The early days of Coney Island will come to life in an exhibit in an unexpected place – the historic chapel at Green-Wood Cemetery.
The exhibit – co-sponsored by the Coney Island History Project and the Green-Wood Historic Fund — will highlight the rides and celebrate the life of William F. Mangels, one of the earliest ride-makers and a “permanent resident” of the cemetery.
Emigrating from Germany in 1883, Mangels established himself in Coney Island, one of that era’s most renowned amusement areas. His focus on the engineering and entertainment aspects allowed him to design rides such as the Whip, the Tickler, the Wave Pool, and the Human Roulette Wheel.
In fact, Mangels’ invention of the jumping horse suspension on carousels is still in use today, as are some of his original rides (including Coney’s famed B & B Carousell and two rides at Deno’s Wonder Wheel Park).
Among the artifacts that will be on display are original sketches, the Whip car, a Pony cart, paintings and Mangels’ fire engines.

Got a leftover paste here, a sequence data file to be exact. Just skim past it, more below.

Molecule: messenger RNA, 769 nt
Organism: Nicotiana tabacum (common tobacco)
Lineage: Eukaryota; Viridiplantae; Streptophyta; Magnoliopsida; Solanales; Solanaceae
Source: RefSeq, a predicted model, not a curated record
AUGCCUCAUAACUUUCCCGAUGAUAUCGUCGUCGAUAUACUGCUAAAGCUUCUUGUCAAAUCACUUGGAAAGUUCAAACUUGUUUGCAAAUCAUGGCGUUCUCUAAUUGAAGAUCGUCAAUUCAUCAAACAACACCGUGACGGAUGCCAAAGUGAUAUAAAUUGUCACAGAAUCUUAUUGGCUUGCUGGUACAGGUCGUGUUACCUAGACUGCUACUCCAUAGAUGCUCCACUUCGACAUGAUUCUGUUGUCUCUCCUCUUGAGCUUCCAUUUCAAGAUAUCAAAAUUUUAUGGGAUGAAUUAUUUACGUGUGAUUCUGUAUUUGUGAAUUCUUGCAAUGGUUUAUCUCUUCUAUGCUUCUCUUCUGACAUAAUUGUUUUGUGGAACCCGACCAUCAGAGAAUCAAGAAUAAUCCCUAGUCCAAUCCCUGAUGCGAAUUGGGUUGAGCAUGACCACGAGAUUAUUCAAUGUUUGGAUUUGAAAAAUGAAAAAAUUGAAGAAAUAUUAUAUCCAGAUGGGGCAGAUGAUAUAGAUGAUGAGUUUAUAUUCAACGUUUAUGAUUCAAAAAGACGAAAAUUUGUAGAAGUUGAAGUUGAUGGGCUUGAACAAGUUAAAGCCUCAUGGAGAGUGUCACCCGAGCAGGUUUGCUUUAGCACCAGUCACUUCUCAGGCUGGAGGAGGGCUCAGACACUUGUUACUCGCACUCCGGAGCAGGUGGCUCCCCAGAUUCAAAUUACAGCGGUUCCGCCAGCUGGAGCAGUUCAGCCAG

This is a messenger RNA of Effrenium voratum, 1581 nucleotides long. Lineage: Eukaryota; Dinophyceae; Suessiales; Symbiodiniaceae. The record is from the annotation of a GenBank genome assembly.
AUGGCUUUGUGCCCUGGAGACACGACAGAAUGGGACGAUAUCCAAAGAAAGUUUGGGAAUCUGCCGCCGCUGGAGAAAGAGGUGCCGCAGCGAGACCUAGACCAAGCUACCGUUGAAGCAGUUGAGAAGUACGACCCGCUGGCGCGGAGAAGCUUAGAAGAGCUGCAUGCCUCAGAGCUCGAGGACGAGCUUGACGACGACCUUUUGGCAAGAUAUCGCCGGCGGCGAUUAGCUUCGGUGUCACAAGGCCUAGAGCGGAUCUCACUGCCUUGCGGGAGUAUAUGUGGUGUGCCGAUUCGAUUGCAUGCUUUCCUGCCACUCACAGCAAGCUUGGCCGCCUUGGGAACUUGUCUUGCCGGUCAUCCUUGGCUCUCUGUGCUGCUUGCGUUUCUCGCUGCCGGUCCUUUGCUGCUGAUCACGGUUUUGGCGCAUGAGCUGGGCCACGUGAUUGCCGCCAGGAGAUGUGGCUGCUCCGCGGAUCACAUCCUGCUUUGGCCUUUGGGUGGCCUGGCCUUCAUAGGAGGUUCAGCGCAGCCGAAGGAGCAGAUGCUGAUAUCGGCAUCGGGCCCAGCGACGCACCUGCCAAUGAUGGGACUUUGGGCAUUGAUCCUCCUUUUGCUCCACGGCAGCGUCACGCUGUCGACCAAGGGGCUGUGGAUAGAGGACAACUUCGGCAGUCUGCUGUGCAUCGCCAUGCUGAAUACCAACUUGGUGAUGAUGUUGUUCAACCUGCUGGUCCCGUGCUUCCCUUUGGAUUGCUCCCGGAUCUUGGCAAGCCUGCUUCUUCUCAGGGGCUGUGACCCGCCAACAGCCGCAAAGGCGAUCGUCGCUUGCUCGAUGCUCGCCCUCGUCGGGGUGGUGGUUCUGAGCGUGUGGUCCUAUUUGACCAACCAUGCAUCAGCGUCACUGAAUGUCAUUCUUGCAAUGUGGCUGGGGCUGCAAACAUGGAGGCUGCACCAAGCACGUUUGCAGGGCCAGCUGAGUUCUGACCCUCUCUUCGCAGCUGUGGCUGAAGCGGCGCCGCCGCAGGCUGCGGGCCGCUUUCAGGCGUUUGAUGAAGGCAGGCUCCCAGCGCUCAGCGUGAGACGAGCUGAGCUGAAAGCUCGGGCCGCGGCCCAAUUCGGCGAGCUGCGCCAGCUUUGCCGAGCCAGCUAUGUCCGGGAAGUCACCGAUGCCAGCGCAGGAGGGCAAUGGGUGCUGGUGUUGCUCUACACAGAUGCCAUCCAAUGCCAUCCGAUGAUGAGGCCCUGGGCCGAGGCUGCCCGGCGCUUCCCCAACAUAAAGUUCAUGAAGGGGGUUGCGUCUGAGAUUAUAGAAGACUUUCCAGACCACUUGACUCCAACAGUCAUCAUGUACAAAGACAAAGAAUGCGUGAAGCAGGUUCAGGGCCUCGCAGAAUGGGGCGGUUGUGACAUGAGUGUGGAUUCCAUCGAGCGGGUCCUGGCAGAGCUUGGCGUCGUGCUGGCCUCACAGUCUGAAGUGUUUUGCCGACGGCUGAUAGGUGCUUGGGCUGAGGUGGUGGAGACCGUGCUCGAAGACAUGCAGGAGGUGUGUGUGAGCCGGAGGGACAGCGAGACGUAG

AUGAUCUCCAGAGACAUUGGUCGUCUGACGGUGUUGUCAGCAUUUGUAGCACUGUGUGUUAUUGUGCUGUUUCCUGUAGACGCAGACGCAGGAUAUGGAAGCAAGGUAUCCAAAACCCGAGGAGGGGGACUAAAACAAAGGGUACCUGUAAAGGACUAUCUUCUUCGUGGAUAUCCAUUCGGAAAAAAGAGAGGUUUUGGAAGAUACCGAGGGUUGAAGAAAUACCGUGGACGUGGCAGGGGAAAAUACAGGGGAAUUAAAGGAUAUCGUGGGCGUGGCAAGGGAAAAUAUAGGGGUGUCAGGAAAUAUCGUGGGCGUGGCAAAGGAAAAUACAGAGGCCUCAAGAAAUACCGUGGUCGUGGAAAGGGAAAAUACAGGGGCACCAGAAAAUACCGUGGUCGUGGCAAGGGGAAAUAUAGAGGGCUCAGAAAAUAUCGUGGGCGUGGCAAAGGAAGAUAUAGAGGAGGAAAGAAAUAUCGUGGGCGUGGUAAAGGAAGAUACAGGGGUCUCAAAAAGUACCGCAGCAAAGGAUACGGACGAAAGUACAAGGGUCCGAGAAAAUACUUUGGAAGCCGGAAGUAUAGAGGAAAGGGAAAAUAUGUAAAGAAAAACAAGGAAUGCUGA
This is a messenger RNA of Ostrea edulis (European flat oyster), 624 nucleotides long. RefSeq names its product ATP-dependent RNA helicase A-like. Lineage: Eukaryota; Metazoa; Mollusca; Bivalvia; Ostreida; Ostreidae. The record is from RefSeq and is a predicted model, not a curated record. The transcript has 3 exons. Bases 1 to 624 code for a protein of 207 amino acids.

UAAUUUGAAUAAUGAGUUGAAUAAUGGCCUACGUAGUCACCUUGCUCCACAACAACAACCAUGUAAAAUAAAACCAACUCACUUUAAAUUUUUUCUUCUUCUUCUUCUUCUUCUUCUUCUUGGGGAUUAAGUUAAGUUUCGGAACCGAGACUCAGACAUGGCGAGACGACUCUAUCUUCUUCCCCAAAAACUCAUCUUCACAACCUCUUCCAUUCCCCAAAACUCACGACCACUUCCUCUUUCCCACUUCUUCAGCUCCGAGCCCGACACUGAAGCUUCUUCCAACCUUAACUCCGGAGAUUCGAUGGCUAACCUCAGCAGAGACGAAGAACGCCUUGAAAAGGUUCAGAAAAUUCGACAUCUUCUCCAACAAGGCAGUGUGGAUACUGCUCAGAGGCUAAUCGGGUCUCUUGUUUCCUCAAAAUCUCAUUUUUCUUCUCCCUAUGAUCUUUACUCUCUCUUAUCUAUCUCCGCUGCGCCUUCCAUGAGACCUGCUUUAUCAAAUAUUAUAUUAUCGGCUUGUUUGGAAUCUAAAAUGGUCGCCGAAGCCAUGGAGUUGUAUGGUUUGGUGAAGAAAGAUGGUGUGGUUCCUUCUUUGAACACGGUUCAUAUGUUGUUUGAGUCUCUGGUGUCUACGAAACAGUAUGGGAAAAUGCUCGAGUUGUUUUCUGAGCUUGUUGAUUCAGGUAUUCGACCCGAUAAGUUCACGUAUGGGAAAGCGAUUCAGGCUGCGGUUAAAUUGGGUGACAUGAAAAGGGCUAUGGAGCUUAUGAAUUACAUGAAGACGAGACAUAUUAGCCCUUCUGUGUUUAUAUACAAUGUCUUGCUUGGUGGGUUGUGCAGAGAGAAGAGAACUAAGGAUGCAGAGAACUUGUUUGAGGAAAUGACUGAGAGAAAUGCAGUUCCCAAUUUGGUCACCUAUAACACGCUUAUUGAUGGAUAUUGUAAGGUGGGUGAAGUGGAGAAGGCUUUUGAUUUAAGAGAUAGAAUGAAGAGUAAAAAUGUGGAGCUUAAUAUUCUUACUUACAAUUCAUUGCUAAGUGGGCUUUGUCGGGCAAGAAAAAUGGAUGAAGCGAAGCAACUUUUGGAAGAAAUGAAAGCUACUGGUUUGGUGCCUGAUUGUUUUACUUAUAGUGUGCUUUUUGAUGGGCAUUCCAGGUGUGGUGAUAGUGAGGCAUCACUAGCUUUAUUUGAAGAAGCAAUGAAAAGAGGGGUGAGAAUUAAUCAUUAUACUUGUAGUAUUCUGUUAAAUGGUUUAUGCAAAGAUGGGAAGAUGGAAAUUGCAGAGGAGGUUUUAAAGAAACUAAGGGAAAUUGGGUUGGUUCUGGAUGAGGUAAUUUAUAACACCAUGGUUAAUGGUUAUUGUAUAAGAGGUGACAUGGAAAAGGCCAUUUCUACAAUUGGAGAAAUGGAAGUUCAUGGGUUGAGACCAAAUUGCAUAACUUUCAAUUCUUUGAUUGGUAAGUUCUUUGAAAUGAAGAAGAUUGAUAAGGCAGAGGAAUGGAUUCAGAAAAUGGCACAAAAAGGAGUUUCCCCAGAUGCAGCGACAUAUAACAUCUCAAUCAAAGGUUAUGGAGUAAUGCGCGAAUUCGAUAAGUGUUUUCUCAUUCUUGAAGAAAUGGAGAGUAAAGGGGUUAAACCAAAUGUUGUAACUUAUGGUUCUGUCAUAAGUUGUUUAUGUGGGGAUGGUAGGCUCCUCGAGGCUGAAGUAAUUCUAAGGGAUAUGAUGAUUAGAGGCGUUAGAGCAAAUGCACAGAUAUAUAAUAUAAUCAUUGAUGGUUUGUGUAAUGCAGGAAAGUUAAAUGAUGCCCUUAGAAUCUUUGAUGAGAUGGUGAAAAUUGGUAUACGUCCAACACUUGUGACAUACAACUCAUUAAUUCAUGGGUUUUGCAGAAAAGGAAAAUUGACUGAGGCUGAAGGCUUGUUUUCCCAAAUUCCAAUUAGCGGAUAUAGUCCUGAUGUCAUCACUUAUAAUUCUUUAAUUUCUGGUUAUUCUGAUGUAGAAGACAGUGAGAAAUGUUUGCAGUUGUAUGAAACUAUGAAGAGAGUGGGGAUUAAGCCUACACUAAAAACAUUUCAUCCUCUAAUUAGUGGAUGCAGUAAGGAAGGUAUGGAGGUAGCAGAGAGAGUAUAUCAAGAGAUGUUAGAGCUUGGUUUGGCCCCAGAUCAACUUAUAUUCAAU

In addition, large ink drawings by award-winning Brooklyn artist Tim Clifford, inspired by Mangels’ shooting targets, will also be on display. A special video of Mangels’ rides, shooting galleries and carousels, and an interview with his great granddaughter, Lisa Mangels Schaefer, will be featured as well.
William F. Mangels: Amusing the Masses on Coney Island and Beyond will be open from September 7 through October 26 every day from noon to 6 p.m. inside Green-Wood’s Historic Chapel on 25th Street at Fifth Avenue. Admission is $5 (free to members of the Green-Wood Historic Fund and The Brooklyn Historic Society).
For more information, visit green-wood.com/toursevents or call 718-210-3080.